Navigation Links
Rabbits kept indoors could be vitamin D deficient
Date:4/9/2014

CHAMPAIGN, Ill. Rabbits that remain indoors may suffer from a lack of vitamin D, researchers report in a new study. In rabbits kept as pets or used in laboratory studies, the deficiency could lead to dental problems, undermine their cardiovascular health, weaken their immune systems and skew scientific findings.

The study found that regular exposure to artificial ultraviolet B light for two weeks doubled rabbits' serum vitamin D levels an increase not seen in animals raised in artificial light lacking UVB radiation. Future studies will seek to determine optimal levels of UVB exposure and vitamin D levels in rabbits, guinea pigs, chinchillas and other animals.

A report of the study appears in the American Journal of Veterinary Research.

"We know that vitamin D is important to vertebrates in that it helps with calcium absorption, but it also has been shown to benefit cardiovascular health and immune function," said Mark Mitchell, a University of Illinois veterinary clinical medicine professor, who led the research. "We know of several types of diseases that can develop with vitamin D deficiency. Some of the chronic problems we see are tooth-related."

Other researchers have proposed that low vitamin D plays a role in dental disease in pet rabbits, Mitchell said.

"We are doing tooth trims and managing dental disease in rabbits, chinchillas and guinea pigs on a regular basis," Mitchell said. "Weekly, we see those types of cases in our zoo medicine clinical service. It's something that also is seen across the country and internationally. It's a common problem."

Most laboratory animals and many pet rabbits are not allowed outdoors because of the risks of exposure to predators, parasites and disease, Mitchell said. Windows block most UVB radiation. If the animals don't get sufficient vitamin D from their diet and are never exposed to ultraviolet light, they may become deficient, he said.

"As a clinician, I want to better manage these animals, give them a longer, higher quality of life," Mitchell said.

Vitamin D deficiency also could undermine the validity of studies using rabbits in research to improve animal and human health, he said.

"In human medicine, they're starting to measure vitamin D levels as part of our routine medical exams," he said. "But if we're not doing this with animals that we're using in research, we might be missing a step."


'/>"/>

Contact: Diana Yates
diya@illinois.edu
217-333-5802
University of Illinois at Urbana-Champaign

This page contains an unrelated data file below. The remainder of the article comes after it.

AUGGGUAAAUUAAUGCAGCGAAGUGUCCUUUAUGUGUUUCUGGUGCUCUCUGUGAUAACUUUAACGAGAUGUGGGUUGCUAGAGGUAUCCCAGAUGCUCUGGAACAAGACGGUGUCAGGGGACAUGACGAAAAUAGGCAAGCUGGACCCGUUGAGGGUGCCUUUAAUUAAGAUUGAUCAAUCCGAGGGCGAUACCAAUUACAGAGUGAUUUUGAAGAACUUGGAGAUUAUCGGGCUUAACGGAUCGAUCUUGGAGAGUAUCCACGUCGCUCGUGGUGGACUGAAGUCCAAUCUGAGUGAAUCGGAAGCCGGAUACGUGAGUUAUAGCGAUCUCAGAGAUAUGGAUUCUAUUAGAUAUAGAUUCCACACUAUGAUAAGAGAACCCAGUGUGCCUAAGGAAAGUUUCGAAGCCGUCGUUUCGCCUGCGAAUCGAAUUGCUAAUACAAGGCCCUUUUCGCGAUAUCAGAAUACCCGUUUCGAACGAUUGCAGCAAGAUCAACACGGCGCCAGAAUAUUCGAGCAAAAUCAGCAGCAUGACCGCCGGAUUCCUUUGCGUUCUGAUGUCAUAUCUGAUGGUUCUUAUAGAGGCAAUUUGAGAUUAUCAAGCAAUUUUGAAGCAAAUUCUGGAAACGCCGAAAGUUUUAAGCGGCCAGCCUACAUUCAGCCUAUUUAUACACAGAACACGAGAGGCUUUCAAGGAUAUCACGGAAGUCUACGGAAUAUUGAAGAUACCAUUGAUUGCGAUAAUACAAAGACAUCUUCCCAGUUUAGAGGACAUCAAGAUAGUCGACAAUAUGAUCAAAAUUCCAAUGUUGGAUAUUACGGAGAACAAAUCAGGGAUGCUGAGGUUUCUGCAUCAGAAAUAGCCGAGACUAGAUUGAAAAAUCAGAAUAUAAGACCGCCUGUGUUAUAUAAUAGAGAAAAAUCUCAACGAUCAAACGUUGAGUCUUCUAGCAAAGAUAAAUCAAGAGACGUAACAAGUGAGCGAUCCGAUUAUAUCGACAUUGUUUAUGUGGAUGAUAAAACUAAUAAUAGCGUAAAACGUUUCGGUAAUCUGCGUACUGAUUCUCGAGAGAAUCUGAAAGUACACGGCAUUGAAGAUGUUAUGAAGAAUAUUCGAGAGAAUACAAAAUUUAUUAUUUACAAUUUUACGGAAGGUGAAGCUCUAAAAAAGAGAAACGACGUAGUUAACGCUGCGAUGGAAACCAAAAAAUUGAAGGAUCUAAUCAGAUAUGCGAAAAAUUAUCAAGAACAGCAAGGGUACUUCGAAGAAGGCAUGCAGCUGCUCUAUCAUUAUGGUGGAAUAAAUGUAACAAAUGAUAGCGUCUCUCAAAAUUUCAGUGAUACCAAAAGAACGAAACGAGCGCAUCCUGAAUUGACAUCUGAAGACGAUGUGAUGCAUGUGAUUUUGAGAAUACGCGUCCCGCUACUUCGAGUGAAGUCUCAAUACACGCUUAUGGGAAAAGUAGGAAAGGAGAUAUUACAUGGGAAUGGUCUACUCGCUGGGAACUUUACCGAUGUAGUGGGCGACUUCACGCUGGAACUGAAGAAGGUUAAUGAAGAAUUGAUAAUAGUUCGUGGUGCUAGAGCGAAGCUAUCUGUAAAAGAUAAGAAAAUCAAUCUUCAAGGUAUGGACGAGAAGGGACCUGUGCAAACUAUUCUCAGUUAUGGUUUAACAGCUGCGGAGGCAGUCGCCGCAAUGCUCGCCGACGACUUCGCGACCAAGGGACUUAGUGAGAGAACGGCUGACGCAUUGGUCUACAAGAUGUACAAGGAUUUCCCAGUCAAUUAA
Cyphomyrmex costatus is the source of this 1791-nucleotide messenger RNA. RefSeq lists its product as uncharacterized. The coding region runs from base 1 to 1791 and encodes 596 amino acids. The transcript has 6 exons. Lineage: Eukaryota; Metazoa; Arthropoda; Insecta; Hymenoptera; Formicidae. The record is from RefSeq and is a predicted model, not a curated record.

Source:Eurekalert  

Related biology news :

1. Mountain pikas, relatives of rabbits, survive at warm sea-level temperatures by eating mosses
2. Hybrid technology could make Star Trek-style tricorder a reality
3. Circumcision could prevent prostate cancer... if its performed after the age of 35
4. Key genetic mutations could be new hope for adrenocortical tumor patients
5. Immune cell defenders could beat invading bacteria
6. Key chocolate ingredients could help prevent obesity, diabetes
7. A protein could be a key weapon in the battle of the bulge
8. New guidance system could improve minimally invasive surgery
9. Beer marinade could reduce levels of potentially harmful substances in grilled meats
10. ATHENA desktop human body could reduce need for animal drug tests
11. New septic shock biomarker test could boost better interventions
Post Your Comments:
*Name:
*Comment:
*Email:
Related Image:
Rabbits kept indoors could be vitamin D deficient
(Date:11/21/2016)... , Nov. 21, 2016   Neurotechnology ... object recognition technologies, today announced that the MegaMatcher ... cards was submitted for the NIST Minutiae ... passed all the mandatory steps of the evaluation ... is a continuing test of fingerprint templates used ...
(Date:11/17/2016)... Market Watch: Primarily supported by ownership types; Private ... market is to witness a value of US$37.1 billion by ... Annual Growth Rate (CAGR) of 10.75% is foreseen from ... North America is not way behind ... at 9.56% respectively. Report Focus: The ...
(Date:11/16/2016)... , Nov. 16, 2016 Sensory ... experience and security for consumer electronics, and ... financial and retail industry, today announced a global ... convenient way to authenticate users of mobile banking ... TrulySecure™ software which requires no specialized ...
Breaking Biology News(10 mins):
(Date:12/2/2016)... 2, 2016 More than $4.3 million was raised ... ( DHMD ). The gala was held at the American ... City and honored Alan Alda and ... health and medicine and the public understanding of science. Since ... the event has raised $40 million for the Laboratory,s research ...
(Date:12/2/2016)... ... 2016 , ... ACEA Biosciences, Inc. announced today that it will be presenting ... the World Conference on Lung Cancer 2016, taking place in Vienna, Austria December 3rd-8th. ... trials for AC0010 in patients with advanced non-small cell lung cancer harboring the EGFR ...
(Date:12/2/2016)... PRUSSIA, PA (PRWEB) , ... December 01, 2016 , ... ... is through industry-wide collaboration, standardization and a beautiful technology experience. All three tenets were ... more than 100 clinical trial leaders from over 40 sponsor, CRO and site organizations ...
(Date:12/2/2016)... , December 2, 2016 The ... 2021, growing at a CAGR of 7.3% during the forecast period ... hospitals and diagnostic laboratories segment accounted for the largest share of ... ... report on global immunohistochemistry (IHC) market spread across 225 pages, profiling ...
Breaking Biology Technology: